The more things change, the more they stay the same. The world economy has slowed sharply, central banks are worried enough that easing is back on the agenda, yet U.S. stocks this week broke above their September high.
What gives? In a word, Goldilocks. The economy is warm enough that fears of an earnings-crushing recession have gone away, but cool enough that the Federal Reserve won’t raise rates any time soon.
The S&P 500 (.SPX) has returned to its peak under very different conditions to those prevailing when the bull market broke down. As a result, the biggest threat to the stock rebound is the end of the Goldilocks economy, either through a return to fears of recession, or a resurgence of inflation that wakes the Fed’s hawks from their slumber.
The major difference between now and last September is the outlook for inflation. In the autumn investors thought inflation would be at or above the Fed’s target, with a risk that the tight jobs market would lead to a spiral of rising wages and higher prices.
Investors now think inflation will be lower for longer, but not so low that deflation will again be a threat. The probability of inflation above 3% over the next five years has dropped from one-in-five in September to just one-in-10, according to probabilities derived from options markets by the Minneapolis Fed, after matching its post-2008 low at the start of this year. Meanwhile the implied chance of inflation being below 1%, dangerously close to deflation—briefly feared during the December in panic—has receded back to where it stood in September.
As a result Treasury yields have barely bounced, breaking their usual tight link to moves in the stock market. During the late-year swoon, when recession fears dominated and stocks briefly slipped into a bear market (counting intraday trading), bond yields fell alongside share prices, as should be expected.
In this year’s rebound stocks jumped, while bond yields didn’t, because the recovery was a sigh of relief that it was wrong to fear recession, not a new bet on a booming economy.
As relief rallies go, this has been a big one—the best start to the year for the S&P 500 since 1987 (back then, the rally turned into an unsustainable boom, ending horribly in October’s “Black Monday” crash). Recession fears faded in tandem with improved prospects of a trade deal with China and signs that Beijing’s stimulus has helped the Chinese economy avoid a serious slowdown.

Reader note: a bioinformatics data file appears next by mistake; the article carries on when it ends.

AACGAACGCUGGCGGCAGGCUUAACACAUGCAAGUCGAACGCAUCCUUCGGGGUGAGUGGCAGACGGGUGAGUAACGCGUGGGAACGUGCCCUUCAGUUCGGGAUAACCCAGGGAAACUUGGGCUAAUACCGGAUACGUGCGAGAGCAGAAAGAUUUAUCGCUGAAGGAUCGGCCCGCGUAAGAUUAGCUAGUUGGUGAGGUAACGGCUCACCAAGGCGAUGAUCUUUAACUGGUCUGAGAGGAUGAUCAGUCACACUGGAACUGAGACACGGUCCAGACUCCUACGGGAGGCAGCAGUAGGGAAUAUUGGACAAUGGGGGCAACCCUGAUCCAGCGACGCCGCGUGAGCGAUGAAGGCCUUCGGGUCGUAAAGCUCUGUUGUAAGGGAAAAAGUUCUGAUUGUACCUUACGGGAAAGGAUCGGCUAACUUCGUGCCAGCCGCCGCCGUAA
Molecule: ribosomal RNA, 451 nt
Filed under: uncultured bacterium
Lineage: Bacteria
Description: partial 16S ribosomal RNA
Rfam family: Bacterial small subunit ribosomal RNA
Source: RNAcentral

The stock market winners since the low on Christmas Eve might suggest the market is anticipating a strong economy: The tech sector is up 37%, closely followed by economically sensitive consumer discretionary and industrial stocks.
But performance since the closing high on Sept. 20 tells a different story. Economically sensitive sectors have generally done rather poorly, with industrials, financials and energy underperforming the S&P 500, while boring utilities and real-estate stocks—often treated as proxies for bonds—beat the go-go tech stocks.
The real market story is of a “meh” economy, not an assumption that a boom is on the way.
But a weak economy is no barrier to strong stock-price performance, as the bull market of the past decade demonstrates.
David Shulman, senior economist at UCLA Anderson Forecast, came up with the notion of the not-too-hot, not-too-cold Goldilocks economy when he was at Salomon Brothers in 1992. “The market’s behaving like we’re in a Goldilocks world, and I think that’s justified the increase in [valuations] for stocks this year,” he says.
The funny thing is that while valuation multiples have risen, there’s been no turnaround in earnings expectations. Earnings expectations for 2019 have tumbled, taking the year-on-year growth forecast by analysts from 10% down to 3%, according to Refinitiv’s IBES data. While earnings estimates for the S&P 500 have stabilized recently, they have not gone back up, unlike stock prices.
This fits the Goldilocks model, where stock prices benefit from rising valuations linked to easy money, even as there is little in the way of profits growth because of the weak economy.
And here lies the danger. Goldilocks can vanish in one gulp if inflation expectations pick up again and investors start to prepare for the return of Fed rate increases. Equally, investors delighted by low and steady inflation will quickly turn and run if it starts to get so low that deflation is once again a risk—especially as the world’s central banks have far less scope to cut rates than they usually do when recession looms.
Still, there’s a good case to be made that after its startling reverse at the beginning of this year, the Fed won’t want to change course again in a hurry. That should help slow any increase in bond yields if inflation does pick up, and give Goldilocks investors time to adjust.
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